Some of its other weapons are more traditional. The torpedo room, down in the deepest level of the boat, hosts 16 intimidating metal tubes, each wider than bicycle wheels, the bays for its 28-foot torpedoes and Tomahawk missiles. The room looks like a machinist's workshop, except for the exercise bikes and the racks where the torpedomen sleep beside their weapons - the primary means for the Mississippi to complete its future missions: hunting and destroying enemy ships and subs.
"There are two types of ships in the Navy," explains Chief Nathan Holmes. "We have submarines, and we have targets."
Even though the Mississippi isn't on a combat mission - which is why the Navy allows me to tag along on a boat overflowing with classified systems - McGrath is eager to demonstrate that his boat is a predator, not prey. After I climb down from the sail, he orders the boat's pilot to dive to 155 feet, a way-station depth that's far enough underwater to avoid sea traffic but shallow enough so he can get surface rapidly should something go wrong. When nothing does, McGrath orders the pilots to continue on to a depth of 400 feet. The faster the captain wants to go, the deeper he dives.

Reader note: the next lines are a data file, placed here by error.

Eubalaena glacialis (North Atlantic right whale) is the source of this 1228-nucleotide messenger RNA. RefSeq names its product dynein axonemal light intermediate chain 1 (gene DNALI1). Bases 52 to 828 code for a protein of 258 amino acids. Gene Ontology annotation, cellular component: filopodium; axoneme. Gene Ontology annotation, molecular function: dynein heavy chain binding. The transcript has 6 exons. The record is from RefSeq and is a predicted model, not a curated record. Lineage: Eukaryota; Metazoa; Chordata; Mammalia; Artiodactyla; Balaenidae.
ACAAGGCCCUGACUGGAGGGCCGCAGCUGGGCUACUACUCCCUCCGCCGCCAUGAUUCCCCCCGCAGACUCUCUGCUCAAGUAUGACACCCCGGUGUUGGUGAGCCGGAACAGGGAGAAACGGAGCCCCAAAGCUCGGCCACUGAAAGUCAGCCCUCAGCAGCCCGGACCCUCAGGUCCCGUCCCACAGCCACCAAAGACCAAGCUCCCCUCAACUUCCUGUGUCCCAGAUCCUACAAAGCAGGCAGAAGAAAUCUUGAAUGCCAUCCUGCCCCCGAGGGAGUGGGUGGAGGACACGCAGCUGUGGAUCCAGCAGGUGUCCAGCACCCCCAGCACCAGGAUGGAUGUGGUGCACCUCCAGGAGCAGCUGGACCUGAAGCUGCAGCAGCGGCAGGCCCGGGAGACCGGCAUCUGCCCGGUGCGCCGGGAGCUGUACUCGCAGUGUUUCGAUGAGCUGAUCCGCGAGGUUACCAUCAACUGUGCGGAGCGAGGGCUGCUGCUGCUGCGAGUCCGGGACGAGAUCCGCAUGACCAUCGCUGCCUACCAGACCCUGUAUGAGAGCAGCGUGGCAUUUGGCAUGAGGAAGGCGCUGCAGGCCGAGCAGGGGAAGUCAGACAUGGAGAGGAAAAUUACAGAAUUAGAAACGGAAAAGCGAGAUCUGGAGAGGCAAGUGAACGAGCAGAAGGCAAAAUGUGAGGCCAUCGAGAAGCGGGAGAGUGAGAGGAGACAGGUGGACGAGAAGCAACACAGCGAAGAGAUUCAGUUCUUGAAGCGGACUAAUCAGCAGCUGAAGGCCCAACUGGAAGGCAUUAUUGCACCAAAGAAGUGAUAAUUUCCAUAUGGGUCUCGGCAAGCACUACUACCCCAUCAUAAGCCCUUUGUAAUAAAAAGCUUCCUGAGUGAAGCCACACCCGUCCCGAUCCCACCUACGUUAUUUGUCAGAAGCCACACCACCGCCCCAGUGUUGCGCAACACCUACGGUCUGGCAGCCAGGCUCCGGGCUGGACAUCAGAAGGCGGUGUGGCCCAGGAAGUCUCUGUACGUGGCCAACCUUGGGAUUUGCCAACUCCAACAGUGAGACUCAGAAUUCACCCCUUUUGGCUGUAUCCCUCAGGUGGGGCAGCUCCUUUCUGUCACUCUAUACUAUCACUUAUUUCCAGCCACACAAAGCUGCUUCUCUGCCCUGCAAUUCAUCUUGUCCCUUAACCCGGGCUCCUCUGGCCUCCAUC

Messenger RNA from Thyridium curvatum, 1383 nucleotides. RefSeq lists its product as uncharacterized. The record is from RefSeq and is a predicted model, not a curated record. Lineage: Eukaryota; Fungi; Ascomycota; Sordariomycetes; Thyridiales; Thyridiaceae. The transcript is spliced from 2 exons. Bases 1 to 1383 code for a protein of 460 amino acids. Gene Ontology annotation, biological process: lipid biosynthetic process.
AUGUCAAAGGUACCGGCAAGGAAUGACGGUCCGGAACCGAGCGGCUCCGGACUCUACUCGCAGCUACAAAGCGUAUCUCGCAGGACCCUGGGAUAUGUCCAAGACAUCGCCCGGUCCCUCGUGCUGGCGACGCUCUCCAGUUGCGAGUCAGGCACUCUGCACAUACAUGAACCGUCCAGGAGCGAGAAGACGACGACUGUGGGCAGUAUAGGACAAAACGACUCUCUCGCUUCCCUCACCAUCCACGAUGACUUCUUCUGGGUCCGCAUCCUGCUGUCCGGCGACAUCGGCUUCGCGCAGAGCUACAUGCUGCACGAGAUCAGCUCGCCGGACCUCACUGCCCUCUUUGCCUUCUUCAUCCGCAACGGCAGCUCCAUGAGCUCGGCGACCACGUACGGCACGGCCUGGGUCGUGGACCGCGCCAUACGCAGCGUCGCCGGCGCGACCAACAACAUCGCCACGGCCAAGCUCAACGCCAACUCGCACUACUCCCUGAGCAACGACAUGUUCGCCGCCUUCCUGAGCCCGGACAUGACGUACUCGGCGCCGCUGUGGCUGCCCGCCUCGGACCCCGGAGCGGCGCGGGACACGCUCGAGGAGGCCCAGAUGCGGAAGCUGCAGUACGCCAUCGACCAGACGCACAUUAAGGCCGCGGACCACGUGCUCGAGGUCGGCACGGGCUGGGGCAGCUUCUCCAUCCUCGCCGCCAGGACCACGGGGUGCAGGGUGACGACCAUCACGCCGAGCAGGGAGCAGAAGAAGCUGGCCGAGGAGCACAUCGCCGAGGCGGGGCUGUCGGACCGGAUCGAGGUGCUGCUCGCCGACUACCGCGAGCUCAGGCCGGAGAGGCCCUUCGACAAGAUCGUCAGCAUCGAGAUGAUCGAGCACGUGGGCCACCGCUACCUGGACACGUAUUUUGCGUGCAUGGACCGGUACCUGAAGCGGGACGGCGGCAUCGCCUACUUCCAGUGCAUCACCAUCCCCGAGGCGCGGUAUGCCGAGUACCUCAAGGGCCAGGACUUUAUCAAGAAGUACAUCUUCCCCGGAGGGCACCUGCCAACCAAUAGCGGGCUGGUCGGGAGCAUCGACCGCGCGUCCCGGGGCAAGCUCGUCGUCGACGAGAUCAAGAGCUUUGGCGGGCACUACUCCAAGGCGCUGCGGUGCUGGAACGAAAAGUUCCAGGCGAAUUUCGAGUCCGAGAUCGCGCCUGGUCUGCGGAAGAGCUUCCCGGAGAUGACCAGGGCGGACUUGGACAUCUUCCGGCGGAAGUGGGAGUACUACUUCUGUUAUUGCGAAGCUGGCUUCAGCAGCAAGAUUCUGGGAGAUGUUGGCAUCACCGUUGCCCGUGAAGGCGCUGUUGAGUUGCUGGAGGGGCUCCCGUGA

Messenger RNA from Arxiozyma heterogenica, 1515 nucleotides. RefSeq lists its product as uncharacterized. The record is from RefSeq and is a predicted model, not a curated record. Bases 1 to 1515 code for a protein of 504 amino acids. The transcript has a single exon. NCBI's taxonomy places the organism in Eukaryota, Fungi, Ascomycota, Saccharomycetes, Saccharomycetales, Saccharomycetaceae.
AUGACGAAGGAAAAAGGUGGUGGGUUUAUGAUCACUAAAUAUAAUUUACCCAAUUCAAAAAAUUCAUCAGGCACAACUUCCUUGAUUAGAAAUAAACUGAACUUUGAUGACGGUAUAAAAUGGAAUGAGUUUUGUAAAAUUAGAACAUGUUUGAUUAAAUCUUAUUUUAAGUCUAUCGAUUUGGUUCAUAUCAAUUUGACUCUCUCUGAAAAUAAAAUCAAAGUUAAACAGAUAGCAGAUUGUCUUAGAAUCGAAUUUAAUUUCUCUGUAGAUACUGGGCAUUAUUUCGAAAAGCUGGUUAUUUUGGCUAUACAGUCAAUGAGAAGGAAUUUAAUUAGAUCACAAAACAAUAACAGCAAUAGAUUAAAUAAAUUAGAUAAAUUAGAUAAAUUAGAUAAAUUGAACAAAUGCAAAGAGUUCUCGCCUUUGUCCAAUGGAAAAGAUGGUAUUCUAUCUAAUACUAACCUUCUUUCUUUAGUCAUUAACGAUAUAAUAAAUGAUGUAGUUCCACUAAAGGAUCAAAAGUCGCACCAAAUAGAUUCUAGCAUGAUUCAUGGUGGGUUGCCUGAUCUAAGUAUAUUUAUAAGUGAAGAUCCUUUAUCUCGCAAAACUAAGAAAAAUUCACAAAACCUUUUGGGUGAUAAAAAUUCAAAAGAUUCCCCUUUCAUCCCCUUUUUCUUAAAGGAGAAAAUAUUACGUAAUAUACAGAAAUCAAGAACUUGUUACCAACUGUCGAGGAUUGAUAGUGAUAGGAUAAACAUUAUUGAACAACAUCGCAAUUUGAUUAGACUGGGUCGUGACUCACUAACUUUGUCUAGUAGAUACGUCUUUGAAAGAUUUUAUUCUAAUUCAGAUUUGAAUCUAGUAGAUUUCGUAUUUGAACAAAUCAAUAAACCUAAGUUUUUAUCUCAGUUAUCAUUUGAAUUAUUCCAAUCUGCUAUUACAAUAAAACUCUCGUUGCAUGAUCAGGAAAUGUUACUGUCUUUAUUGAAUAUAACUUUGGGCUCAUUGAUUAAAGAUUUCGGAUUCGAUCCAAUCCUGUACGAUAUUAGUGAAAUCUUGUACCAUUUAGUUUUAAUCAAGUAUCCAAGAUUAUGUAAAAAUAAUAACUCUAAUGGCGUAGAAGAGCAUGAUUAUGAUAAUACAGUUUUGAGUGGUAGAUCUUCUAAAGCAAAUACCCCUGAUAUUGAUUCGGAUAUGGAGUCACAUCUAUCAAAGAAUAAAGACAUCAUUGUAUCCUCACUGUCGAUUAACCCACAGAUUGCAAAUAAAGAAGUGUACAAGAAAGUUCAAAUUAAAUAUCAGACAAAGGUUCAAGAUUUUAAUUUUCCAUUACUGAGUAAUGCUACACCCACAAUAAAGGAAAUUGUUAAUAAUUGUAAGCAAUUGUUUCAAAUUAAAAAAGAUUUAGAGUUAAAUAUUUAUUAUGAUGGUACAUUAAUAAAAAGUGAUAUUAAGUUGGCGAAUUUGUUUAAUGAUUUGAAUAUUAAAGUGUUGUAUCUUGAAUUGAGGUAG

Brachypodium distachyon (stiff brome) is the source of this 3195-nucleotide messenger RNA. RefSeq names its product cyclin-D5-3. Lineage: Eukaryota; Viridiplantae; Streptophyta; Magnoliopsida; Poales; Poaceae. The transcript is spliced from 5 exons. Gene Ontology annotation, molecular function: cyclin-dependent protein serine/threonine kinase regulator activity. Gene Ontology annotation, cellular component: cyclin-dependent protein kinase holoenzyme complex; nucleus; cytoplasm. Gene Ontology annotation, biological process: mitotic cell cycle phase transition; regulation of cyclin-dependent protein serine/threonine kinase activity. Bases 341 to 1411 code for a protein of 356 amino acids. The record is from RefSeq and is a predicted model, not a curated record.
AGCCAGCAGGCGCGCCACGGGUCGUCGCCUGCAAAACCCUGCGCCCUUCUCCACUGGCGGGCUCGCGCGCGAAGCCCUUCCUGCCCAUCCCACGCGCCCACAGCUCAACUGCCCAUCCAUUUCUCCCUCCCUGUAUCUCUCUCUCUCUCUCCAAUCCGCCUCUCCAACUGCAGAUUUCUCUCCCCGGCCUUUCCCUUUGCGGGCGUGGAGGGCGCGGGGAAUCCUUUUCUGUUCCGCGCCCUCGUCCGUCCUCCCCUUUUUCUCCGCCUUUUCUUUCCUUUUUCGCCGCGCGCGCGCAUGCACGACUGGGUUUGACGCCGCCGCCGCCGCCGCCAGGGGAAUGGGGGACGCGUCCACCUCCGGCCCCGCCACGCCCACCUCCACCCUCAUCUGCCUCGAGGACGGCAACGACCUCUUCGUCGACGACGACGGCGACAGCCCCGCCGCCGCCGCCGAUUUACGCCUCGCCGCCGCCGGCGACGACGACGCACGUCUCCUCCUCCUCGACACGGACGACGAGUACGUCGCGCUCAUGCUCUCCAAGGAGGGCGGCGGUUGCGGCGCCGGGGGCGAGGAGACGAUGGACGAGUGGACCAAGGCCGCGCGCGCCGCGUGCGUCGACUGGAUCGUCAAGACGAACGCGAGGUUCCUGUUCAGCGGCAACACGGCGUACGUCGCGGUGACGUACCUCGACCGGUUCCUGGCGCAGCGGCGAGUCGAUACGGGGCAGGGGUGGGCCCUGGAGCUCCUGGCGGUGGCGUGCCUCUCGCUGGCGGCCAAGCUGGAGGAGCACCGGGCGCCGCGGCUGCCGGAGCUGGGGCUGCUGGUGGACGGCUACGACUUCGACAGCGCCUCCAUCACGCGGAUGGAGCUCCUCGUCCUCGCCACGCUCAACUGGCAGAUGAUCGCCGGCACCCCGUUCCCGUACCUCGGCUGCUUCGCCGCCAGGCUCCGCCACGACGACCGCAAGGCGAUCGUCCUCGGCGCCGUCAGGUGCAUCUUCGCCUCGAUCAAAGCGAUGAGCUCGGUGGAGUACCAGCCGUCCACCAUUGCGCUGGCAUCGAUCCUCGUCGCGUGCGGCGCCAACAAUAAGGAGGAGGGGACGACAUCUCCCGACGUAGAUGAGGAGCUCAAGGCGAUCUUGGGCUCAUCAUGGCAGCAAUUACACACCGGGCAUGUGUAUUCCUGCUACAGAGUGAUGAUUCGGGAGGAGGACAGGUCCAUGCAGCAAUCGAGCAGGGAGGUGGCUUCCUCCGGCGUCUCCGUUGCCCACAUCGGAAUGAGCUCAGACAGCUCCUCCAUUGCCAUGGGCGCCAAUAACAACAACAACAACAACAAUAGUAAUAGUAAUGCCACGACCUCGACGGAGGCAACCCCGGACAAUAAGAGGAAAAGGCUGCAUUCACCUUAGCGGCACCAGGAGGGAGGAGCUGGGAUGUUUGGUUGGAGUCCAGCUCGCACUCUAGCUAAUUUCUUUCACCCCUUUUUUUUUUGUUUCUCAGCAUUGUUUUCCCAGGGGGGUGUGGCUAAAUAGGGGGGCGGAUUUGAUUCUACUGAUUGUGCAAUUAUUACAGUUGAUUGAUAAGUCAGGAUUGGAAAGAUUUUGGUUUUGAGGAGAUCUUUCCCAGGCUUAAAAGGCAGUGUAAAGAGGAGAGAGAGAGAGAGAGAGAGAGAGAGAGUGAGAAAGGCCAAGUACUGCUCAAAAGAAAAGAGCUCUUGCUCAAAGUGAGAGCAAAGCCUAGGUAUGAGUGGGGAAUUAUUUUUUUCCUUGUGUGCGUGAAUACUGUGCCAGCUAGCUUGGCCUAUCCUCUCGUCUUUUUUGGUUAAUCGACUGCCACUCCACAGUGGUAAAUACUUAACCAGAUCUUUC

The dive is surprisingly imperceptible. Even though we've just dropped 400 feet in a minute, I barely lean forward. If I had been drinking anything, it wouldn't have spilled.
That's the case during my entire four-day stint on the boat. With the exception of a 20-minute exercise in dipping the Mississippi up and down - a queasy affair nicknamed "Angles and Dangles" - I've had rockier trips aboard surface ships. The fast-attack submarine is downright placid, even at 20 knots.
The steadiness will be an asset for one of the Mississippi's other missions: aiding Navy SEALs. There's a special bay, called a lockout trunk, that allows a tinier sub to dock and deposit a small number of SEALs onboard. Once they're aboard, the Mississippi will become a Navy special warfare platform - as are many subs that don't carry nuclear missiles - performing reconnaissance missions and getting SEALs stealthily in and out of where they need to go. The Virginia class' smaller size allows the sub to "be more maneuverable in a littoral," says Master Chief Bill Stoiber, the chief of the boat, or senior enlisted man aboard, making it particularly useful for SEAL insertion missions. After the summer, the Mississippi will head for southern Florida to test its special-warfare skills.